Cable management through the back is a breeze. I’ve done a terrible job here, but as you can see there’s a ton of room and a ton of holes back here.
The entire system installed and ready to go. Installation definitely took longer than I’d have liked, but the end result is spectacular. The large window is definitely great, especially for those with higher end parts and want to show off. Too bad the stuff I have sucks, but imagine some LED strips and a CrossFire/SLI setup. ooOOoOOOoooooh.
Performance & Testing
Here we see the TJ04-E in action. The blue LED looks quite nice and could definitely be a starting point for a blue colored theme inside the case.
Here we’ve got a screenshot of some system temperatures with Prime95 running in the background for around 20 minutes. As you can see, the temperature of the warmest core only reached 73°C, which is only a 6°C difference when compared to the CPU cooler on a test bench. You can also see that the hard drive runs very cool at only 31°C. We were skeptics of the hard drive heatsink at first, but we did notice that having the hard drive heatsink installed typically yielded 2°C cooler temperatures on the single hard drive. Unfortunately I didn’t have 8 drives to really test the heatsinks, but I can confirm that it does help even if you have a single drive.
“In case he is wondering, we did test the hard drive cage extensively. Here is a link from our Japanese distributor showing one of our tests:
Looks like I was right on the money with this one. I saw about a 2°C drop on my Western Digital Caviar Blue as well. Definitely glad to have seen similar results to the benchmark at the website above.
On a sidenote, it’s interesting to see from the benchmarks that the Western Digital Raptor actually went up a degree. Wonder how that happened…
Well, there’s a lot to talk about here so let’s start with the aesthetics. SilverStone has gone with the clean, sharp look and it’s definitely something I really appreciate. The entire front panel is covered in some very classy looking brushed aluminum and the side panel has a nice large window for you to show off your gear. That diamond cut edge treatment also looks fantastic and gives that entire front panel a very subtle bit of a shine. This case is definitely something I can imagine sitting in a professional environment such as a lawyer’s office, or a boutique design studio. As usual with SilverStone Temjin series cases, this one is very high quality. The steel is thick and the entire thing feels like it’s designed to take some punishment.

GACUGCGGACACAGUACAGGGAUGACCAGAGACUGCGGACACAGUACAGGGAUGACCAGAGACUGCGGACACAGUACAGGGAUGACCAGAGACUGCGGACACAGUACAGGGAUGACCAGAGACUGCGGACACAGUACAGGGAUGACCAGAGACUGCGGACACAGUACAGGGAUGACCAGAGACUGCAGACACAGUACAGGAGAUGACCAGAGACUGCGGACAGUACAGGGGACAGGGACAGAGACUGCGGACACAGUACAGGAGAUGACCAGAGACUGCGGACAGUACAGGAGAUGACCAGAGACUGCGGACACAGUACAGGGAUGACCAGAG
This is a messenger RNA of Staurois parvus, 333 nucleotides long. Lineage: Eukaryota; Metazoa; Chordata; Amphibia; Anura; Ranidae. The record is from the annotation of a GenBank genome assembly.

Next up is the cooling and the TJ04-E performed very well. There was plenty of air moving through the case during testing and it’s pretty obvious SilverStone’s engineering department gave airflow a bit of thought. The hard drive heatsinks are a nice addition as well. While I doubt they’ll have a dramatic effect on the temperatures, it doesn’t hurt to have them. Do note that there are no side panel fans on this case for your graphics cards, so if you are looking to drop in a SLI or CrossFire configuration, the TJ04-E may not be the best choice (It’ll probably look really good through the window though).